One of the biggest and most important challenges basketball coaches face each season is finding a way to blend lineups together, from cohesion among the starting five to which players work best off the bench and on down the line.
Throughout his time at Kansas, head coach Bill Self has done this as well as anyone, not always starting the most talented players but almost always finding the chemistry that maximizes the production of each particular team.
Injuries, attitudes, emergences and other unexpected factors ensure that the challenge is ongoing and different each season, but Self’s reliance on philosophical staples such as strong defense, sound fundamentals and maximum effort have helped the Jayhawks become one of the most consistent teams in college basketball and led to 12 consecutive Big 12 titles.
Even though things appear to be as clear as ever in terms of team chemistry and KU’s rotation, Self pointed out recently that plugging Carlton Bragg Jr. and Josh Jackson into the starting spots vacated by Perry Ellis and Wayne Selden will not automatically put the Jayhawks on cruise control.
“We're going to miss Perry,” said Self at last week's media day of KU's leading scorer the past two seasons. "There's no question about that. Perry was Mr. Consistency. But if you go back and look, there's a lot of games we're down six with five minutes left and Wayne makes plays. You look at the Kentucky game last year, and he made some big plays in Oklahoma. Florida the year before, he puts us on his back and wins that game for us. There's been a lot of games where Wayne was by far the best player in the game, and we're going to miss that without question.”
Missing that, at Kansas at least, becomes a relative problem. If most schools were to lose players of that caliber, they almost certainly would take a major step back the following season. All Kansas has done in the days since Ellis graduated and Selden left school a year early for the NBA is sign the nation’s No. 1 recruit in Jackson, become a fixture in the Top 5 of almost every preseason poll and be picked as the unanimous favorite to win a 13th consecutive Big 12 title.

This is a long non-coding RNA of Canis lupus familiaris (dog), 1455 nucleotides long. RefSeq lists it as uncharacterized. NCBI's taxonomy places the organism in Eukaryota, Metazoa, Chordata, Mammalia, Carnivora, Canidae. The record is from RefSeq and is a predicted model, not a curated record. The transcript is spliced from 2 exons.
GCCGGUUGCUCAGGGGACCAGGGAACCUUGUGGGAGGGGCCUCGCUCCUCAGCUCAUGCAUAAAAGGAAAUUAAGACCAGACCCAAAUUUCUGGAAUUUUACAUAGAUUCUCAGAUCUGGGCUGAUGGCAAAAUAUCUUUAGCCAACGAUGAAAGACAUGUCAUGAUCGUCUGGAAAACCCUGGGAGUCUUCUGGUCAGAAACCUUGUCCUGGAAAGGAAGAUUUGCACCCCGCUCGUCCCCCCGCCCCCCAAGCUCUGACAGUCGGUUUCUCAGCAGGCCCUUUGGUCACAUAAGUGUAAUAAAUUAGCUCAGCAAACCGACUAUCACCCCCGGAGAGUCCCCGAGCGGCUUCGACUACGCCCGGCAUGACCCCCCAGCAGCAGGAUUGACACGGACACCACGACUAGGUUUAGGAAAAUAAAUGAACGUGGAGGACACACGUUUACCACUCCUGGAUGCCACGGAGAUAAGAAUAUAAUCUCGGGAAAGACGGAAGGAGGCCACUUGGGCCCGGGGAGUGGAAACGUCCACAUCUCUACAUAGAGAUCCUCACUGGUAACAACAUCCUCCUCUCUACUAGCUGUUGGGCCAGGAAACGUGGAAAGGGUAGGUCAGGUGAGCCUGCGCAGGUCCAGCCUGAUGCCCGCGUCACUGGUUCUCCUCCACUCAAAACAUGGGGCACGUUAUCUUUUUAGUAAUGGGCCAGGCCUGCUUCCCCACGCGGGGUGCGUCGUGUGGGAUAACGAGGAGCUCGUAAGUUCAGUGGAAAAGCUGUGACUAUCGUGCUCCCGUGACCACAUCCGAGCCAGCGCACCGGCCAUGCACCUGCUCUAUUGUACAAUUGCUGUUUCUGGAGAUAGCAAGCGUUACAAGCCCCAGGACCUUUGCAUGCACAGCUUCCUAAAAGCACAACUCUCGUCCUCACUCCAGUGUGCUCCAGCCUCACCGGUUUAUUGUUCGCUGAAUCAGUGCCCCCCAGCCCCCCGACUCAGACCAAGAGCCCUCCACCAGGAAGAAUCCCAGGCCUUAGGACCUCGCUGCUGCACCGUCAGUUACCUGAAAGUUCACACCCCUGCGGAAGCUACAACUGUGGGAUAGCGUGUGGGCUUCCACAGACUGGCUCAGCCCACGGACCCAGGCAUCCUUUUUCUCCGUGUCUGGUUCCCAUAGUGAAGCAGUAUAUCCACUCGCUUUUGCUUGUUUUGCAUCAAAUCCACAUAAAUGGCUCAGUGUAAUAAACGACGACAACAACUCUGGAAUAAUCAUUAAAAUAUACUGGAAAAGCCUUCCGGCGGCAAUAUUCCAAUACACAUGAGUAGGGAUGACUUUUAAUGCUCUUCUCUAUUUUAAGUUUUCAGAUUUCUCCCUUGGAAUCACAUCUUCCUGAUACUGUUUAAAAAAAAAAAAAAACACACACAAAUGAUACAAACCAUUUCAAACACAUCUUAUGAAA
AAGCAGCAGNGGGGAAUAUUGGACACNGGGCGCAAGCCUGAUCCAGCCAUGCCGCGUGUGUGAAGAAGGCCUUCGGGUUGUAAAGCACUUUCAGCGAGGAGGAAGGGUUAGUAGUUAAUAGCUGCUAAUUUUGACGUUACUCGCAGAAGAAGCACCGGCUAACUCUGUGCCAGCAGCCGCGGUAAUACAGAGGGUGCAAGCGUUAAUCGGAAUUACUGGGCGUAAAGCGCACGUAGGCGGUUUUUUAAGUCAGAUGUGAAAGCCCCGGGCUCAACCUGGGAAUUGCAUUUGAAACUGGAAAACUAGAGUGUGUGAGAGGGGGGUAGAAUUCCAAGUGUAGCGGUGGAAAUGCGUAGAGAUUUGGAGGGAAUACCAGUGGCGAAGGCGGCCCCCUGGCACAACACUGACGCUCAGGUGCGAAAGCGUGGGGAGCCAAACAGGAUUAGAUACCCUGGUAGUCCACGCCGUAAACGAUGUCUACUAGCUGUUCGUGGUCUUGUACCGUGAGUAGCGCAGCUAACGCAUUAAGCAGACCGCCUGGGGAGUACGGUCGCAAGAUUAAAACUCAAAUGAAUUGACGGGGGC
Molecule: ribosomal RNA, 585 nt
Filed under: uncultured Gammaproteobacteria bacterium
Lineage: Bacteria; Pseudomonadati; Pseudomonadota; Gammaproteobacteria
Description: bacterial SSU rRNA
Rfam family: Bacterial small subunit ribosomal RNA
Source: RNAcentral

The reason for that is simple.
“I do think the pieces have potential to fit,” Self said. “Last year the pieces fit as well as they could fit in my opinion, and we still came up short. This year, if the pieces fit as well, then I think you may have a little bit more talented group that may give you a chance maybe to play better when it counts the most. But certainly it remains to be seen if the pieces can get there yet.”
According to the handful of Jayhawks on this team who have experience playing for Self, that last part is a foregone conclusion and it’s merely a matter of time before it comes to light.
“Coach makes it fit,” junior guard Devonte’ Graham said. “He’s not going to let anyone force a shot or take bad shots or anything like that ... I wouldn’t say it’s don’t let coach down, because then you’re thinking too much. Coach doesn’t want you thinking like that. He just wants you to play and be aggressive and just play your game within the offense.”
This group of Jayhawks will find out just how skilled they are at doing just that in two weeks, when they open the exhibition season against Washburn on Nov. 1 at Allen Fieldhouse.